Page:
This article is part of an ongoing series that highlights specific companies that are on sale. It helps me to document my thought processes when I add to my holdings or initiate new positions. Please provide your feedback in the comments section below.
Procter & Gamble (PG) is currently offering investors an opportunity to buy portions of the company at $81/share. The stock has been steadily declining for the past two months since reaching it's 52 week high and may provide a good entry point. Right now, PG is about five percent off the 52 week high, hit a couple months ago at about $86 per ownership interest. This few brief pullback provides long-term investors with a good opportunity to initiate a position. Essentially, PG has earned two whole months' worth of profit and repurchased two entire months' worth of shares, yet the price is lower than it was before those two months.
Procter & Gamble has a business model that is simple and sustainable. It manufactures and sells consumer goods through five divisions: Global Beauty, Global Baby, Feminine, & Family Care, Global Fabric & Home Care, and Global Health & Grooming. Procter & Gamble has competitive advantages in the brands that they own; who hasn't heard of Duracell, Dawn, or Tide? Procter & Gamble is also able to increase its revenue at a rate that keeps up with inflation, passing along the devastating effects of inflation on to the consumer, not the owners. According to the 2013 Annual Report, sales growth was 3% year over year. Core EPS rose 5% year over year. Additionally, PG is investing for future growth.
Despite the growth, I believe that Procter & Gamble trades at a discount to it's true valuation. PG currently trades at about 20 times ttm earnings and 17 times projected next year earnings. EPS is expected to grow over 8% next year and average over 8% for the next five years. PG appears to be turning around now, and I am content to accumulate shares at this perceived discount.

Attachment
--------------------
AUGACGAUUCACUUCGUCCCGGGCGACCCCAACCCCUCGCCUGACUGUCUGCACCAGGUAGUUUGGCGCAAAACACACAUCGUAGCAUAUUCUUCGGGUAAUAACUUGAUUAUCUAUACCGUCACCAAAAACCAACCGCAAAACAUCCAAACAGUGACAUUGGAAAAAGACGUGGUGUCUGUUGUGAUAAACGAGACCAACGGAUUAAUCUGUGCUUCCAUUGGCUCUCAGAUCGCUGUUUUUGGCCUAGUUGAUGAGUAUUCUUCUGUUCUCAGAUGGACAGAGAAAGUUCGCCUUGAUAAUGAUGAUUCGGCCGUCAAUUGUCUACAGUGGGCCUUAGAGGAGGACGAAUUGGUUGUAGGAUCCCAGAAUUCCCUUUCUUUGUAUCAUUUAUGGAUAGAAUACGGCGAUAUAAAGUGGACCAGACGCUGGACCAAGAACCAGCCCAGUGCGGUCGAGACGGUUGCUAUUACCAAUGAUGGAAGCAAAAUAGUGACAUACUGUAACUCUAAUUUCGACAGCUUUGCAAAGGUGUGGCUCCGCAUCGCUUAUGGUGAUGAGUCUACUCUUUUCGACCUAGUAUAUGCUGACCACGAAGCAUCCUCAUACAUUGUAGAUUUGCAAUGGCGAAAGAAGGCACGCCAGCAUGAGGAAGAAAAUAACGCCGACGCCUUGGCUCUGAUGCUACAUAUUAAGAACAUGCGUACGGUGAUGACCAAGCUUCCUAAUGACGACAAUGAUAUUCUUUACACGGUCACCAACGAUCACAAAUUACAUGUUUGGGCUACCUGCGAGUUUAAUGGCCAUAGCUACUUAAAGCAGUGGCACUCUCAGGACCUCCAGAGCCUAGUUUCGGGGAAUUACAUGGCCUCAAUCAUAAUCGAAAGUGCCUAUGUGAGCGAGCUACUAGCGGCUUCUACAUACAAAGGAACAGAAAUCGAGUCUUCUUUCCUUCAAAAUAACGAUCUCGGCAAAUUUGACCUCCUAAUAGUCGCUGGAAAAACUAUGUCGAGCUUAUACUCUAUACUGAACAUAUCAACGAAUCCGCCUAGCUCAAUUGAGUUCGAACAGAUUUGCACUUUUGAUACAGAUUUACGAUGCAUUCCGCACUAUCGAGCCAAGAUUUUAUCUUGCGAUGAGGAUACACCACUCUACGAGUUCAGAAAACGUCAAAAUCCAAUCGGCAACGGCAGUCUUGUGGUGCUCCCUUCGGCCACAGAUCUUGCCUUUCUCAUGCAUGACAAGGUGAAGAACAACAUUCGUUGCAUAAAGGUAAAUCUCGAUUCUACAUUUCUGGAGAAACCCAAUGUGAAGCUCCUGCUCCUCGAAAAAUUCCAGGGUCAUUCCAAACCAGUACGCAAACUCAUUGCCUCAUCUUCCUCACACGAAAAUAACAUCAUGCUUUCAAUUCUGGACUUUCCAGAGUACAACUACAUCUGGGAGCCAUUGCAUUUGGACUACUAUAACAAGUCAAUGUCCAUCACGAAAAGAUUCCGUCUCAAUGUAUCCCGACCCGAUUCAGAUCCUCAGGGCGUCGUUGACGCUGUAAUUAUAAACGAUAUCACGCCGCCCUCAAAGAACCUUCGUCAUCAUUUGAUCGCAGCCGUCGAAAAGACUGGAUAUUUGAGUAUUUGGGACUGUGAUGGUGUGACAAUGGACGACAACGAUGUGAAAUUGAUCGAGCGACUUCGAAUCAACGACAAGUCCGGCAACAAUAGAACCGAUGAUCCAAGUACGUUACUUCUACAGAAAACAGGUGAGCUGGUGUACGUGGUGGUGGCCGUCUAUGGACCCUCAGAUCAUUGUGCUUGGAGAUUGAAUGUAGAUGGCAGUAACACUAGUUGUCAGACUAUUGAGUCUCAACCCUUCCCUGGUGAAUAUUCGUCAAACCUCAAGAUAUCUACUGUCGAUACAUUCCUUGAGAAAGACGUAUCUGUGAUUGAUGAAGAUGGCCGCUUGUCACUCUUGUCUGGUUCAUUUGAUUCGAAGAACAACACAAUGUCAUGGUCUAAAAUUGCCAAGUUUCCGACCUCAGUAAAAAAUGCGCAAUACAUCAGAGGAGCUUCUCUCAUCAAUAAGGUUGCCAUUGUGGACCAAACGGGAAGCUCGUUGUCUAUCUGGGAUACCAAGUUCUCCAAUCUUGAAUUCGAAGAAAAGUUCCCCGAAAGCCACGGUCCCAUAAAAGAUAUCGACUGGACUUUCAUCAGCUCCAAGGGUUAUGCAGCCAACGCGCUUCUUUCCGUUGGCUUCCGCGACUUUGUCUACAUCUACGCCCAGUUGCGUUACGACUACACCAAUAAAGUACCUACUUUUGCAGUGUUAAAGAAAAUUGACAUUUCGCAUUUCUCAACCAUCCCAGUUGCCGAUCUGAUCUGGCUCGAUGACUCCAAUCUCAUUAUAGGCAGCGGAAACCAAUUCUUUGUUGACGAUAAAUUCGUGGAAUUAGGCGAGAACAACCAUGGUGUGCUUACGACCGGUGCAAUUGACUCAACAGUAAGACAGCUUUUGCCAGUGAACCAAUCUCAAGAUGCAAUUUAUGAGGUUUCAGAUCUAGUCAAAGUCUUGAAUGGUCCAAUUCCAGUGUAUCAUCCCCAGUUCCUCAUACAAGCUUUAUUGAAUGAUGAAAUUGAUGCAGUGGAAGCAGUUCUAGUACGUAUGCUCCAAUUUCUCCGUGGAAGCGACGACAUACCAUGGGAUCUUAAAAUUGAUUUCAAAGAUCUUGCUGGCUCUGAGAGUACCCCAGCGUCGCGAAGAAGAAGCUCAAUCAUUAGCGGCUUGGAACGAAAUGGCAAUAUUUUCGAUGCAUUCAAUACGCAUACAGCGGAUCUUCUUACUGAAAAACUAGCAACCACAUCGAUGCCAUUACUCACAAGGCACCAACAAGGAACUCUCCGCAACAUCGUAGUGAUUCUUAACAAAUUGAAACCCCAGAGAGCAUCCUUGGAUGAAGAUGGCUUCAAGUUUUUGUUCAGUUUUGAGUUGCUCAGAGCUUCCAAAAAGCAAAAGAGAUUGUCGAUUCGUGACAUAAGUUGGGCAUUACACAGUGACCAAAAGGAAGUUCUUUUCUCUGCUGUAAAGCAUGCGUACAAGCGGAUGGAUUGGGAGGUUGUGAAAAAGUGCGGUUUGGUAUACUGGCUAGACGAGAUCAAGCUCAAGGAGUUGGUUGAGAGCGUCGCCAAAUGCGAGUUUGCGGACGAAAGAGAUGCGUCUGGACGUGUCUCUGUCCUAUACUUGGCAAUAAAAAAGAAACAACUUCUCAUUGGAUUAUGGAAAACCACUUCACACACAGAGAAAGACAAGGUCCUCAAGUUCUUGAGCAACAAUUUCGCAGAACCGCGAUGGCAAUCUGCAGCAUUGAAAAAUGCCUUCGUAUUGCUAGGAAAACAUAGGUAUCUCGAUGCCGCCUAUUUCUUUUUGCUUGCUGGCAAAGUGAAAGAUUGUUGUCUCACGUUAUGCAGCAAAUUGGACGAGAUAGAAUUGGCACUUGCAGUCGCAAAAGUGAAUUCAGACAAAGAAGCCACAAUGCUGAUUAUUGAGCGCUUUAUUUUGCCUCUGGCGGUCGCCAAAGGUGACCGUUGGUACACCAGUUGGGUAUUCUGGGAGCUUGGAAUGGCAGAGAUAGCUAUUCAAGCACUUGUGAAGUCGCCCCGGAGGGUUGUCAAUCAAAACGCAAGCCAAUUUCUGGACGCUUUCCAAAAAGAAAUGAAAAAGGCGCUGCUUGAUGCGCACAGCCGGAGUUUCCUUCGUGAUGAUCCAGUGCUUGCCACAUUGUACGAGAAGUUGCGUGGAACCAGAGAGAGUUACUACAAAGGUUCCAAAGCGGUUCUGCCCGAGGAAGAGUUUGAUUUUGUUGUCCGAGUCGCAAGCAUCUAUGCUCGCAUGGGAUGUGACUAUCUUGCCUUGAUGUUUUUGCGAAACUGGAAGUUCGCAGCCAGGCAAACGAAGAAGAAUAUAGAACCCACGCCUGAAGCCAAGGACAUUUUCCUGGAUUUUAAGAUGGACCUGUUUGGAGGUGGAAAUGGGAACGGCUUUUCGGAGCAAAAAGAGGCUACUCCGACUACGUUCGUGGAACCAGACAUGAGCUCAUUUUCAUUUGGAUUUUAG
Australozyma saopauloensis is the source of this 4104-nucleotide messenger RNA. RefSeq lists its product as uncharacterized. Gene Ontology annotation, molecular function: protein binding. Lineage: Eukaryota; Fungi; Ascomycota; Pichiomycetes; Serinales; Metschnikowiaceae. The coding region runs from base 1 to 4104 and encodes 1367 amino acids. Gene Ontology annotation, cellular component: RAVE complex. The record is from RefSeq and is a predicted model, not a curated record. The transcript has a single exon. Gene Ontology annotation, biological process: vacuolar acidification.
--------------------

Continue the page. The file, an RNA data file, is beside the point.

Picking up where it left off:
Also, Procter & Gamble is a cannibal! PG has been buying back it's own stock at a pace that affects the bottom line. Just one quarter ago, three short months, there were over 2.74 billion shares outstanding of PG. Today, there are under 2.72 billion diluted shares. In a few short months, Procter & Gamble has retired over almost a percent of its outstanding share volume! In four years, the company has retired over 7% of it's outstanding shares. The company has indicated on many occasions that returning cash to shareholders via share buybacks is an important goal for management. They are using their free cash flow to buy out other shareholders, which further adds to the gains of the remaining shareholders.
With Procter & Gamble buying so much of their outstanding shares, let's look at how that will affect earnings. Analysts are expecting a consensus EPS of $1.20 for the next quarterly earnings release, with the lowest estimate coming in at $1.15. For reference, PG reported EPS of $1.22 for the same quarter last year. It doesn't appear that analysts are expecting much, if anything, from Proctor & Gamble. With PG's large share buyback activity, it wouldn't have to make more in total earnings to affect the bottom-line EPS. Even if profits stagnate, EPS will increase due to the share buyback. I believe that Procter & Gamble will have a positive surprise, and this is the catalyst that will cause PG to break out from it's recent downward trend and close substantially higher at the end of 2013.
Let's take a quick look at a few of PG's competitors, Colgate-Palmolive (CL), Kimberly-Clark (KMB), and Unilever (UL). PG is trading at the lowest P/B of the bunch, with a price-to-book ratio that is almost half of the next closest competitor. Procter & Gamble also has the lowest long-term debt-to-equity and total debt-to-equity ratios, by far. Procter & Gamble is the type of company that I want to own for the long haul, and this appears to be an opportune time to add to my position.
Procter & Gamble also has a solid yield for such a stable company. You literally get paid to wait. PG has a current yield of over almost 3%. During the financial crisis, Procter & Gamble did not cut it's dividend. In fact, it raised the dividend! Procter & Gamble is a Dividend Champion and has raised it's dividend every year for 57 years. It's dividend growth is at a much faster pace than inflation. That means that if you are relying upon dividend income to sustain you, you would not lose purchasing power over time. In fact, it would grow. PG is both a buyback king and a dividend king!
Combined with their earnings growth and share buyback activity, there is one other catalyst. It was recently announced that Procter & Gamble has plans to realign their global business to improve sales and reduce costs. PG recently brought back CEO Alan Lafley to refocus the company, and he has announced his goal to cut costs. This realignment comes after Lafley laid out a new strategy for the company in August. The new strategy focuses on strategic investments, cutting costs, and innovation. As the effects of these catalysts are combined with sales growth and increasing cash flow to buyback shares, Procter & Gamble will only become stronger.
As always, this article represents my opinions at the time of writing. You should do your own due diligence before making any decisions. However, I believe that Procter & Gamble represents a quality company that is trading hands at a discount.